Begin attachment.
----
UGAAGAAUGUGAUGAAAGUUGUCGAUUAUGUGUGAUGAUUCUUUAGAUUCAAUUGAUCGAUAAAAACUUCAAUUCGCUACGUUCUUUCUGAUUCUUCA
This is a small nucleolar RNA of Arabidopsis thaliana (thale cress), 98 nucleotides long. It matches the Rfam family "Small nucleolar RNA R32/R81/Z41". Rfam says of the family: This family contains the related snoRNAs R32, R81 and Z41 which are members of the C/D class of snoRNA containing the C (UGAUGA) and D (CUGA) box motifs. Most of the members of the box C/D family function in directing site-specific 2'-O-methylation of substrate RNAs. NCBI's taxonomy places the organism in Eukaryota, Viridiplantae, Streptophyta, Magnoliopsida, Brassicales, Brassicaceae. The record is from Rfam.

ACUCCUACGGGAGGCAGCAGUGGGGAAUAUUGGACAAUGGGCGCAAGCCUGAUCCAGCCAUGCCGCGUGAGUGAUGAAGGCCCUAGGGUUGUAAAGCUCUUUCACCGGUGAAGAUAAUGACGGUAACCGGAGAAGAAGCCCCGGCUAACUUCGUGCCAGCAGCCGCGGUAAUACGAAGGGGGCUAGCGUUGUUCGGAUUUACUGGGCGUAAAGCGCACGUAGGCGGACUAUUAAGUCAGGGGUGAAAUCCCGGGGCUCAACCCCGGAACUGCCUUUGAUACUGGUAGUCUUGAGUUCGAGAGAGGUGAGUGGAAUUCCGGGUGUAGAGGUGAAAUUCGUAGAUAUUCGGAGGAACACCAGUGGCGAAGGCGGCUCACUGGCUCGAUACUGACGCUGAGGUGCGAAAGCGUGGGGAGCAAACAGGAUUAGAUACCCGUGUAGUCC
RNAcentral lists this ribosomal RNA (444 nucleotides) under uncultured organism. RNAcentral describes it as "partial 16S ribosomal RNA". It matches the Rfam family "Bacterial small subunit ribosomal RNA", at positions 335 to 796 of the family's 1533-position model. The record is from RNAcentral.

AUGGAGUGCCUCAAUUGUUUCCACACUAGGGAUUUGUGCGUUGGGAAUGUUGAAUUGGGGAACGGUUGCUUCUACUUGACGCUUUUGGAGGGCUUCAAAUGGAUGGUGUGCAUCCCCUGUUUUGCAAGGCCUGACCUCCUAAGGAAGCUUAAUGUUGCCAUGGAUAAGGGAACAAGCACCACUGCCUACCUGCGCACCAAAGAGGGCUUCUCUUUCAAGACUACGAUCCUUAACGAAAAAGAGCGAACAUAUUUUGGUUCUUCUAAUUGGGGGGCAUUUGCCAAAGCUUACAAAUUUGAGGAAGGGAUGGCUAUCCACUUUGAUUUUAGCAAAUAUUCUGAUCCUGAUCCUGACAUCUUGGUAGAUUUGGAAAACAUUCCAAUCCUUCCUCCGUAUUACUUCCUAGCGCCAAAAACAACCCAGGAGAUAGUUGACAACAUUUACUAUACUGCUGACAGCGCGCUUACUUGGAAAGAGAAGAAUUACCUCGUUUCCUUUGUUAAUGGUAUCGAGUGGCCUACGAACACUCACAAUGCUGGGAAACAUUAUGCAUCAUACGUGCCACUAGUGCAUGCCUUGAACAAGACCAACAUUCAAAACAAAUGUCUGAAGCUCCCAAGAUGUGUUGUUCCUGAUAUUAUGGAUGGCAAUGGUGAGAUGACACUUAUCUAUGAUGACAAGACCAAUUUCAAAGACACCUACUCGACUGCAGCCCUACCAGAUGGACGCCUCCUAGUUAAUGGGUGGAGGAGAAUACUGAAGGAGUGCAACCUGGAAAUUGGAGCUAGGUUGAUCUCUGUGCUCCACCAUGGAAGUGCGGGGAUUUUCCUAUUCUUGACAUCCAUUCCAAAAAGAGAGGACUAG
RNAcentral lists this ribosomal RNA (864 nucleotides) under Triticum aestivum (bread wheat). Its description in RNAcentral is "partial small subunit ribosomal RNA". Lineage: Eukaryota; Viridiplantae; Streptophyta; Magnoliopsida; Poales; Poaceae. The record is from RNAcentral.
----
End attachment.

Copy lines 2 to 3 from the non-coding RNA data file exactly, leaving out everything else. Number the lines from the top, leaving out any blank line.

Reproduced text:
This is a small nucleolar RNA of Arabidopsis thaliana (thale cress), 98 nucleotides long. It matches the Rfam family "Small nucleolar RNA R32/R81/Z41". Rfam says of the family: This family contains the related snoRNAs R32, R81 and Z41 which are members of the C/D class of snoRNA containing the C (UGAUGA) and D (CUGA) box motifs. Most of the members of the box C/D family function in directing site-specific 2'-O-methylation of substrate RNAs. NCBI's taxonomy places the organism in Eukaryota, Viridiplantae, Streptophyta, Magnoliopsida, Brassicales, Brassicaceae. The record is from Rfam.

ACUCCUACGGGAGGCAGCAGUGGGGAAUAUUGGACAAUGGGCGCAAGCCUGAUCCAGCCAUGCCGCGUGAGUGAUGAAGGCCCUAGGGUUGUAAAGCUCUUUCACCGGUGAAGAUAAUGACGGUAACCGGAGAAGAAGCCCCGGCUAACUUCGUGCCAGCAGCCGCGGUAAUACGAAGGGGGCUAGCGUUGUUCGGAUUUACUGGGCGUAAAGCGCACGUAGGCGGACUAUUAAGUCAGGGGUGAAAUCCCGGGGCUCAACCCCGGAACUGCCUUUGAUACUGGUAGUCUUGAGUUCGAGAGAGGUGAGUGGAAUUCCGGGUGUAGAGGUGAAAUUCGUAGAUAUUCGGAGGAACACCAGUGGCGAAGGCGGCUCACUGGCUCGAUACUGACGCUGAGGUGCGAAAGCGUGGGGAGCAAACAGGAUUAGAUACCCGUGUAGUCC